Action prayer is nonverbal communication to God, using our attitudes and our attempts to obey, which draws its energy from Christ’s example and empowerment.
We are accustomed to thinking of prayer as verbal—an exchange of words—or at least mental, a centering-down of thoughts that allows stillness to grow in us as we make our way through the daily mill. With the Little Way, we intentionally press further, drawing the outer world inward as we intersect with it and respond to it. Our actions and reactions become the prayer. We are transformed into givers as we practice giving, into listeners because we listen, into champions as we defend the weak, into the image of Christ because we act like Christ (Col 3:10). Our lives themselves address God directly. Thérèse Martin,1 a French nun, sought to practice this sort of embodied prayer.
Thérèse (1873–1897) was the youngest of nine. Her mother died when she was four years old, and the loss plunged her into a childhood of insecurity. When she was thirteen, however, she found in Jesus’ birth the comfort of one who understood her vulnerability. At a Christmas Eve service, she tells that “the sweet infant Jesus, scarce yet an hour old, flooded with his glorious sunshine the darkness into which my soul was plunged. In becoming weak and little for love of me, he made me strong and brave.”2 She never lost her sensitivity, but in Jesus she also found a child-like humility with which to engage the world.
At the age of fifteen, she sought to join the Carmelite religious order in Lisieux, a small town in Normandy. Initially the superior declined her application because of her age, but the girl’s steady character eventually won out. She made her final vows two years later and was soon raised to assist the mistress of novices. Her abbess assigned her the job of writing an autobiography when she was twenty-two, and we have this work as The Story of a Soul.3 A year later, after her death from tuberculosis, the history circulated among the convents and eventually acquired a large following.
Declaring spiritual disciplines, even the rosary, too involved for her, Thérèse practiced what she called the Little Way. She read the Bible, and her verbal prayers were direct and personal—an unpretentious toddler telling her father what she wanted and trusting him to provide. Trivial actions done for God’s glory became her nonverbal prayer. Life, she said, presented sufficient challenges and opportunities for grace without complicating the matter. Instead of adding special spiritual disciplines, she sought to do ordinary things with extraordinary love. “The smallest action, done with love, [was] more important than great deeds done for personal glory, gratification, or simply out of obedience.”4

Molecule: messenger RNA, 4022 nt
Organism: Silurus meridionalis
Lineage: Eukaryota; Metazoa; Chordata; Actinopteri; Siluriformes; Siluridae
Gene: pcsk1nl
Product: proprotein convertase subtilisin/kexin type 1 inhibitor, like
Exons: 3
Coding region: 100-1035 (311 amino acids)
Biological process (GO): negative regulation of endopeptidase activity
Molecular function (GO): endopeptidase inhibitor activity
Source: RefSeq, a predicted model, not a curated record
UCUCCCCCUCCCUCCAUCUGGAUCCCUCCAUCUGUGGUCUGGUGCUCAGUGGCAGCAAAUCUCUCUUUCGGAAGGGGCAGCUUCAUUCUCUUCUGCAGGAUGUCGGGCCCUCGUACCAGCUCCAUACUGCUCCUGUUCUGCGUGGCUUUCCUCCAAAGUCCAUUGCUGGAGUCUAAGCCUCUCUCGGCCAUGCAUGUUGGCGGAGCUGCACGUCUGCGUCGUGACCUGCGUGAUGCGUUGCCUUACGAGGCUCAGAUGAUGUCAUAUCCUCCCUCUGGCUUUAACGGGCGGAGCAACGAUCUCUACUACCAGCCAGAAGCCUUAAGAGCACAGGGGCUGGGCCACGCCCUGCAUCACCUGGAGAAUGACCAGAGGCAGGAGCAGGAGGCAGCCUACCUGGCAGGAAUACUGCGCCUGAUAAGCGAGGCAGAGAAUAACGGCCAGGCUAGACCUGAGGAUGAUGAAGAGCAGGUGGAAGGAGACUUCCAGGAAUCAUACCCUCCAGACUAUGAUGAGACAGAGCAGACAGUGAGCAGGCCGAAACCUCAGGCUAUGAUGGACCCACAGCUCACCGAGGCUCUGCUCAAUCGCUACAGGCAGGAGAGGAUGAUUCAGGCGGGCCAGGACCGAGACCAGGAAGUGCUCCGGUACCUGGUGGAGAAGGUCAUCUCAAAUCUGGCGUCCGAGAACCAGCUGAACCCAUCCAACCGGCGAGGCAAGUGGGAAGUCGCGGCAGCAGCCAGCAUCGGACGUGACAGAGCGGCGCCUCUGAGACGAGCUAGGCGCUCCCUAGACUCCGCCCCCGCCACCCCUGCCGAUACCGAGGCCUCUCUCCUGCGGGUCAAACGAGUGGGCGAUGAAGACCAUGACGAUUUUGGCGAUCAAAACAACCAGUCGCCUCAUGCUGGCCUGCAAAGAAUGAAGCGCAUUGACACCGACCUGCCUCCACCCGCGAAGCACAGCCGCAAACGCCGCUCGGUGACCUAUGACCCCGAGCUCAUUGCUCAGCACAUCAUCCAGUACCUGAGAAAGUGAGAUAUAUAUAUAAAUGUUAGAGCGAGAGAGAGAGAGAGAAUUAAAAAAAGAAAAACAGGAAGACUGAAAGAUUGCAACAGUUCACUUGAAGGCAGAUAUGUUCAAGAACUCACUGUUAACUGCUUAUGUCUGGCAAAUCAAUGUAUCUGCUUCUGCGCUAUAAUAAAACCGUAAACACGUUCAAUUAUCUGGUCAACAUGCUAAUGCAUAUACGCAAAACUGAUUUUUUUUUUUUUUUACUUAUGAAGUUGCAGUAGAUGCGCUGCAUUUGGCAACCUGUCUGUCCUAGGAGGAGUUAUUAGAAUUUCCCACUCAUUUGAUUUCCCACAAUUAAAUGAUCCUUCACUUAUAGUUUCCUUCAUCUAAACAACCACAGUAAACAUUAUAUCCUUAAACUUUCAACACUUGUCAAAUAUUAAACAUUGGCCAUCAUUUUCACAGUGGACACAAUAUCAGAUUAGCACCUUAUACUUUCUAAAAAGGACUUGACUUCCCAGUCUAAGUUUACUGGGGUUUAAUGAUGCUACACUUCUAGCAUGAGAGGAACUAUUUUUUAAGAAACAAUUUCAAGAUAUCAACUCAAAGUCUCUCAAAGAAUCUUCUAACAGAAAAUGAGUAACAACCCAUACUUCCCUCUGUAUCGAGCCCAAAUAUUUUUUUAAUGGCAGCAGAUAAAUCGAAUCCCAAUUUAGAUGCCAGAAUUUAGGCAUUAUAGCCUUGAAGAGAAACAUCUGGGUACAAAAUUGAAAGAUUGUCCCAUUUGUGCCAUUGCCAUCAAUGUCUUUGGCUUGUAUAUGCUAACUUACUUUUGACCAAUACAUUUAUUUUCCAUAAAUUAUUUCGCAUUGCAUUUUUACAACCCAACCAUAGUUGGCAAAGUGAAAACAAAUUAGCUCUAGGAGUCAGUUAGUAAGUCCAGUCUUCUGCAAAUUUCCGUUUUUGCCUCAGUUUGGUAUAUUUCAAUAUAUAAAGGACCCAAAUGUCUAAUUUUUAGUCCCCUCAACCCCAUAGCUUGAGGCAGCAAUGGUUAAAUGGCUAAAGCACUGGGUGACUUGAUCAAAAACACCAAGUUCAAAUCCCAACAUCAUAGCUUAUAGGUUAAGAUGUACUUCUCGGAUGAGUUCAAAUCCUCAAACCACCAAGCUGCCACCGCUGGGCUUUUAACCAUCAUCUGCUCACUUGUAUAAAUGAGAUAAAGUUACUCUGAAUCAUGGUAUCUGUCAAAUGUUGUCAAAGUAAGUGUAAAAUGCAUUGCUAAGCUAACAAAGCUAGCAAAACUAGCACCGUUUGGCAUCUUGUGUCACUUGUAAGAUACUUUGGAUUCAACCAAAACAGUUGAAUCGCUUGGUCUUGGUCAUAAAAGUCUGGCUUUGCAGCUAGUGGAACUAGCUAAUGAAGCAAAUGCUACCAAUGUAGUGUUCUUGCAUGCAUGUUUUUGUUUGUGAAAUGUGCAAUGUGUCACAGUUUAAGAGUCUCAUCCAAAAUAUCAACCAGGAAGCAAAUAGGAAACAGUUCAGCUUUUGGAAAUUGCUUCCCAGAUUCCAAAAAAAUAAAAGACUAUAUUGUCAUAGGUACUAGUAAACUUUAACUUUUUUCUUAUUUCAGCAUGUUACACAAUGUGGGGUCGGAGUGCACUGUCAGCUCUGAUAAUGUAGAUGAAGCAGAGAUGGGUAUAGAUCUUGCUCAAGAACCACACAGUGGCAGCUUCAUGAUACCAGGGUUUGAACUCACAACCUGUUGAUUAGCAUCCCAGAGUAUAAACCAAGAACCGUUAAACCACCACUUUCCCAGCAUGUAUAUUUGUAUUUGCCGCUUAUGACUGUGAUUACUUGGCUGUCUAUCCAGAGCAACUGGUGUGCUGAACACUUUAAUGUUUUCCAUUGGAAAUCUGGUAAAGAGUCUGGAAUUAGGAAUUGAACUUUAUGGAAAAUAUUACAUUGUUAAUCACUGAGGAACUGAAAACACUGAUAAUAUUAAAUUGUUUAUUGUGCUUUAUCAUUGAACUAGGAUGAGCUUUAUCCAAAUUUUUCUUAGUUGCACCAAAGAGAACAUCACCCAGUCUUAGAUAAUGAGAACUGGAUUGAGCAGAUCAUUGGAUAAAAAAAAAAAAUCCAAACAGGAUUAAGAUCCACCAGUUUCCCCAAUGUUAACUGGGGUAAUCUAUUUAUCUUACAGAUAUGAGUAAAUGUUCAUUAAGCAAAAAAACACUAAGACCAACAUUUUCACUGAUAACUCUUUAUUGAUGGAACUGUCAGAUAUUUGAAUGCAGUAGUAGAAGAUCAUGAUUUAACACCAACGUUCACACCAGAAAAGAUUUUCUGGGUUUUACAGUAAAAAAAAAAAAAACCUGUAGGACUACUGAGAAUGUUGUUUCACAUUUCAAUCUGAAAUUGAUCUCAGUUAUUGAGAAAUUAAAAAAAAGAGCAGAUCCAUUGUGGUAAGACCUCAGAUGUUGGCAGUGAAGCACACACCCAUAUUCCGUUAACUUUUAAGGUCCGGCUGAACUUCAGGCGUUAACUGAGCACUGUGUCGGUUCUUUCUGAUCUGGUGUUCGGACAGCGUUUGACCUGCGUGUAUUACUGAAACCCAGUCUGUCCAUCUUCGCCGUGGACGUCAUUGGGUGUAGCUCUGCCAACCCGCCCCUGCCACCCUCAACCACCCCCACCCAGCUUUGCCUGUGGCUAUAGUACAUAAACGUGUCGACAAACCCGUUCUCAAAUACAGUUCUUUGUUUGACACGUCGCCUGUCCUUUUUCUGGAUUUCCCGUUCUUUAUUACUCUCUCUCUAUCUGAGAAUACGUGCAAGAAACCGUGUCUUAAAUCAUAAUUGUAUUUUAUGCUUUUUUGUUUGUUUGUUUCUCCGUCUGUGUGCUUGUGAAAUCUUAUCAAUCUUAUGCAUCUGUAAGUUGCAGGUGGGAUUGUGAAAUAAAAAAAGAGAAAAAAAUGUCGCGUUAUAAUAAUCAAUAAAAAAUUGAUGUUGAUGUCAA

As an example of her plan, Thérèse noted an instance that occurred one day during meditation. As the sisters waited in quiet contemplation, one of them fidgeted incessantly with her rosary beads until Thérèse felt crazed with irritation. She wanted to turn and glare the nun into silence. She became so frustrated that she began to sweat. At last, she writes, “instead of vainly attempting not to hear it, I set myself to listen attentively as though it were delightful music, and my meditation—which was not the prayer of ‘quiet’—was passed in offering this music to Our Lord.”5
In Thérèse’s Little Way, we too can find an open path to engagement with Jesus, even when verbal prayer is drowned out. We are accustomed to thinking of prayer as solely conversation, an exchange of words. God does make himself known through language (John 1:1); however, our relationship with him is not “just talk.” Though we could not know God if he did not speak to us through Scriptures and by his Son, God also reveals himself in nature and in his actions (Rom 1:19–20; Ps 98:2; Jer 33:6). In the same way, we reveal and yield our wills to God by our actions, as well as our speech (Jas 1:22–25).
As we respond to others, Jesus is the one who receives our replies (Mic 6:6–8). When we act instead of avoiding the work or the person, he is the one we obey. Even as we wait for the right service-projects, skills-fit, or timing, this formation prayer takes advantage of the incidents and interpersonal encounters that occur daily. We begin to see everyday actions and reactions as our communion with him. By allowing what we do to contribute to our conversation with God, we permit him to transform us in the areas of action and emotion, not just thought.
For those of us whose defaults already tend toward help and service, practicing the Little Way transforms both our acknowledged and our unknown motives into intentional choices for Jesus. Even when we fear that our kindnesses will not be reciprocated, we choose to trust our Father to enfold us and Jesus to satisfy our needs for belonging and welcome. Then we can participate without needing affirmation from our fellows because God himself receives and delights in our service. We look to please God, instead of depending on others to notice and respond to our giving (Matt 6:1–6). Without expectation of reward or thanks to refuel us, we act from Jesus’ strength and with his bravery. And in acting from his character, we are changed into his character.
1The following story of Thérèse Martin’s life relies on Thomas Plassmann, Lives of Saints with Excerpts from Their Writings (New York: Crawley, 1954), n.p. [cited 12 Jan 2006]. Online: www.ewtn.com/therese/therese1.htm.
2Thérèse of Lisieux, Saint Thérèse of Lisieux: An Autobiography (trans. Thomas N. Taylor; London: Burns, Oates, & Washbourne, 1927), 86.
3Thérèse of Lisieux, The Story of a Soul (trans. John Beevers; New York: Image, 1989).
4Society of the Little Flower, “Learn about Therese,” n.p. [cited 7 June 2012]. Online: www.littleflower.org/abouttherese/learn/index.asp.
5Thérèse, Autobiography, 186.